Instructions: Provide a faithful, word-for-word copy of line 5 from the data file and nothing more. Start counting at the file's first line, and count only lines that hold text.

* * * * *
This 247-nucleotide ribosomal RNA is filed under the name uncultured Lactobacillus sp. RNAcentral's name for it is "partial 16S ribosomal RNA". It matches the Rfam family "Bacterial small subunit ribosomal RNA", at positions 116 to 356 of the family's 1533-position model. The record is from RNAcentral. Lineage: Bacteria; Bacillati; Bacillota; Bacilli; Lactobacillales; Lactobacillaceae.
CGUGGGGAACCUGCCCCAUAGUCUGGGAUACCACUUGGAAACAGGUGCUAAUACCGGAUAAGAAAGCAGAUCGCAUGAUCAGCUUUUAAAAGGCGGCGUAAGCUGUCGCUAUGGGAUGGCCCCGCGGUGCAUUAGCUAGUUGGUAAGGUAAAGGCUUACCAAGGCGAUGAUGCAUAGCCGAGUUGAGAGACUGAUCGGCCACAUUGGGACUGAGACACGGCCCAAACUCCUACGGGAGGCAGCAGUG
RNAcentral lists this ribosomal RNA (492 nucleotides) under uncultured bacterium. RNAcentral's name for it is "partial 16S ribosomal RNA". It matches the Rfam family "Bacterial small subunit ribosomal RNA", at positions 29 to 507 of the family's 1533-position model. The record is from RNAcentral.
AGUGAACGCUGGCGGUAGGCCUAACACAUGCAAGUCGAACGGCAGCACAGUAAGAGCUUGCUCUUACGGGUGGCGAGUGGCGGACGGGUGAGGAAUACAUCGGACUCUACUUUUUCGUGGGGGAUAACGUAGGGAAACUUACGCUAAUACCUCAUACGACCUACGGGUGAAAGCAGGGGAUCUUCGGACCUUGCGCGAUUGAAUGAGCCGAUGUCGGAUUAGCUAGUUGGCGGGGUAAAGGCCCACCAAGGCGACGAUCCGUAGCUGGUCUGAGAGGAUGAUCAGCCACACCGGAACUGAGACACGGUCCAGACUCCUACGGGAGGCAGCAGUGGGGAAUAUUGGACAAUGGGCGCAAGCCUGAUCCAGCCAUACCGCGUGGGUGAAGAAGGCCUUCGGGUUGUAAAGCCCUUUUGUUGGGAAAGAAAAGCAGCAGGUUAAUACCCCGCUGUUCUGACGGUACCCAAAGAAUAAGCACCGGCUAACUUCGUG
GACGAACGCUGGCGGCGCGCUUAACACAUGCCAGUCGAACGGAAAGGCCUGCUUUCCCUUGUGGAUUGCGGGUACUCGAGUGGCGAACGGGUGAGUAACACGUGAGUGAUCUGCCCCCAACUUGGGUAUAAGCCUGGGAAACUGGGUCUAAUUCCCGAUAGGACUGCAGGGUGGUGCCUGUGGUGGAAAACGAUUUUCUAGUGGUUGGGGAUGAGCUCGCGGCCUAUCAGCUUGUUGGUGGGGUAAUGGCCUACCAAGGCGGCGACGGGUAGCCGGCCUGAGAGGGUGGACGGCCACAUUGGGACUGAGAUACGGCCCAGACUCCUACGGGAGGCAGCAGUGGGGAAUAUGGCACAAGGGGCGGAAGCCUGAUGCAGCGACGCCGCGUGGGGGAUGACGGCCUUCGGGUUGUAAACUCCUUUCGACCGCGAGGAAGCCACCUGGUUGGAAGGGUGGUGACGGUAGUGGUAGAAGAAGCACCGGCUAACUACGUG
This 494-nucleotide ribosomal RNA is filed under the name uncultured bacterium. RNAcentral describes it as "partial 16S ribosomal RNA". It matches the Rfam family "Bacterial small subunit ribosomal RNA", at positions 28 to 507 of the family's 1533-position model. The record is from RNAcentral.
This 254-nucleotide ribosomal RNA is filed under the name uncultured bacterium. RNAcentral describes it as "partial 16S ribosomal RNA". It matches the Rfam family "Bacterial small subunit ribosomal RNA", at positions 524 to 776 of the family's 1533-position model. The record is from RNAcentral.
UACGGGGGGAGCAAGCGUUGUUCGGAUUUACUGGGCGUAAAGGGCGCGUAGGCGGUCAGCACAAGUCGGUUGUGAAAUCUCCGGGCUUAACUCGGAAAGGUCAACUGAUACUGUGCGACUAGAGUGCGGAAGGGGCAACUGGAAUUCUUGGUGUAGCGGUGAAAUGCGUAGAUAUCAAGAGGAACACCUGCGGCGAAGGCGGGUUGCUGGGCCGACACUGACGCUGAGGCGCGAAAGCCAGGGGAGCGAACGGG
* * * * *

GACGAACGCUGGCGGCGCGCUUAACACAUGCCAGUCGAACGGAAAGGCCUGCUUUCCCUUGUGGAUUGCGGGUACUCGAGUGGCGAACGGGUGAGUAACACGUGAGUGAUCUGCCCCCAACUUGGGUAUAAGCCUGGGAAACUGGGUCUAAUUCCCGAUAGGACUGCAGGGUGGUGCCUGUGGUGGAAAACGAUUUUCUAGUGGUUGGGGAUGAGCUCGCGGCCUAUCAGCUUGUUGGUGGGGUAAUGGCCUACCAAGGCGGCGACGGGUAGCCGGCCUGAGAGGGUGGACGGCCACAUUGGGACUGAGAUACGGCCCAGACUCCUACGGGAGGCAGCAGUGGGGAAUAUGGCACAAGGGGCGGAAGCCUGAUGCAGCGACGCCGCGUGGGGGAUGACGGCCUUCGGGUUGUAAACUCCUUUCGACCGCGAGGAAGCCACCUGGUUGGAAGGGUGGUGACGGUAGUGGUAGAAGAAGCACCGGCUAACUACGUG